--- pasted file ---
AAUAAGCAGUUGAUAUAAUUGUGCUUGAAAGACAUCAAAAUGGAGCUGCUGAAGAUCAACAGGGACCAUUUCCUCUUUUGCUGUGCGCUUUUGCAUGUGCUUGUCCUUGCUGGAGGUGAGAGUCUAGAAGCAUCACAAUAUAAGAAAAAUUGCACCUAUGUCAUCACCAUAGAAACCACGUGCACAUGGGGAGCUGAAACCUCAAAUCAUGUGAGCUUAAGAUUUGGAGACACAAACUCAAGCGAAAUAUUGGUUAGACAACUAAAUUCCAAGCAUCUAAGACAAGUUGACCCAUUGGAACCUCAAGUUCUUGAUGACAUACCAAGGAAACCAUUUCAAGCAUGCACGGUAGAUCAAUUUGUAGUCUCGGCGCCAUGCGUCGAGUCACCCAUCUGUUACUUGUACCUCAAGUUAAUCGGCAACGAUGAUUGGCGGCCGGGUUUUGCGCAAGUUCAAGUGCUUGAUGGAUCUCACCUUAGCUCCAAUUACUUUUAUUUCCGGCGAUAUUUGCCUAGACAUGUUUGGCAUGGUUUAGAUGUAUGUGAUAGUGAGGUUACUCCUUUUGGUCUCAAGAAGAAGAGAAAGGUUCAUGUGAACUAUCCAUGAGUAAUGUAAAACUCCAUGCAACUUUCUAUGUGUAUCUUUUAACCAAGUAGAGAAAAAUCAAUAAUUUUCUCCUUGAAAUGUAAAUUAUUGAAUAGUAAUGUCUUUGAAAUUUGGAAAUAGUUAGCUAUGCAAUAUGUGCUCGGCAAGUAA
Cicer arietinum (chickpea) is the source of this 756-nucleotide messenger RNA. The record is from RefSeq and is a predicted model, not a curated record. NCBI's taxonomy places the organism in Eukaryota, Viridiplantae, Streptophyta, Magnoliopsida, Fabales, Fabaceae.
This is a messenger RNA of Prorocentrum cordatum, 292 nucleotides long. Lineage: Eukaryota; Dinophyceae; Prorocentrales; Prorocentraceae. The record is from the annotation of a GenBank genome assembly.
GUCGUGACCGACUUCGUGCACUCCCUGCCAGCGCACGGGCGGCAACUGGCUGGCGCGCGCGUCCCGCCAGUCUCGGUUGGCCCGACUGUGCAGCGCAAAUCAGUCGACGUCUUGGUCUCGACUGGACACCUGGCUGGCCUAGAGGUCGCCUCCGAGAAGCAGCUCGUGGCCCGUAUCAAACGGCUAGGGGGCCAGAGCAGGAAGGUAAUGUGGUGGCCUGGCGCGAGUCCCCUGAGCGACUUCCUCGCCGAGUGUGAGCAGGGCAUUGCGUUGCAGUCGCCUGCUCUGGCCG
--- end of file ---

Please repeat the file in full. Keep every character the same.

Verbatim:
AAUAAGCAGUUGAUAUAAUUGUGCUUGAAAGACAUCAAAAUGGAGCUGCUGAAGAUCAACAGGGACCAUUUCCUCUUUUGCUGUGCGCUUUUGCAUGUGCUUGUCCUUGCUGGAGGUGAGAGUCUAGAAGCAUCACAAUAUAAGAAAAAUUGCACCUAUGUCAUCACCAUAGAAACCACGUGCACAUGGGGAGCUGAAACCUCAAAUCAUGUGAGCUUAAGAUUUGGAGACACAAACUCAAGCGAAAUAUUGGUUAGACAACUAAAUUCCAAGCAUCUAAGACAAGUUGACCCAUUGGAACCUCAAGUUCUUGAUGACAUACCAAGGAAACCAUUUCAAGCAUGCACGGUAGAUCAAUUUGUAGUCUCGGCGCCAUGCGUCGAGUCACCCAUCUGUUACUUGUACCUCAAGUUAAUCGGCAACGAUGAUUGGCGGCCGGGUUUUGCGCAAGUUCAAGUGCUUGAUGGAUCUCACCUUAGCUCCAAUUACUUUUAUUUCCGGCGAUAUUUGCCUAGACAUGUUUGGCAUGGUUUAGAUGUAUGUGAUAGUGAGGUUACUCCUUUUGGUCUCAAGAAGAAGAGAAAGGUUCAUGUGAACUAUCCAUGAGUAAUGUAAAACUCCAUGCAACUUUCUAUGUGUAUCUUUUAACCAAGUAGAGAAAAAUCAAUAAUUUUCUCCUUGAAAUGUAAAUUAUUGAAUAGUAAUGUCUUUGAAAUUUGGAAAUAGUUAGCUAUGCAAUAUGUGCUCGGCAAGUAA
Cicer arietinum (chickpea) is the source of this 756-nucleotide messenger RNA. The record is from RefSeq and is a predicted model, not a curated record. NCBI's taxonomy places the organism in Eukaryota, Viridiplantae, Streptophyta, Magnoliopsida, Fabales, Fabaceae.
This is a messenger RNA of Prorocentrum cordatum, 292 nucleotides long. Lineage: Eukaryota; Dinophyceae; Prorocentrales; Prorocentraceae. The record is from the annotation of a GenBank genome assembly.
GUCGUGACCGACUUCGUGCACUCCCUGCCAGCGCACGGGCGGCAACUGGCUGGCGCGCGCGUCCCGCCAGUCUCGGUUGGCCCGACUGUGCAGCGCAAAUCAGUCGACGUCUUGGUCUCGACUGGACACCUGGCUGGCCUAGAGGUCGCCUCCGAGAAGCAGCUCGUGGCCCGUAUCAAACGGCUAGGGGGCCAGAGCAGGAAGGUAAUGUGGUGGCCUGGCGCGAGUCCCCUGAGCGACUUCCUCGCCGAGUGUGAGCAGGGCAUUGCGUUGCAGUCGCCUGCUCUGGCCG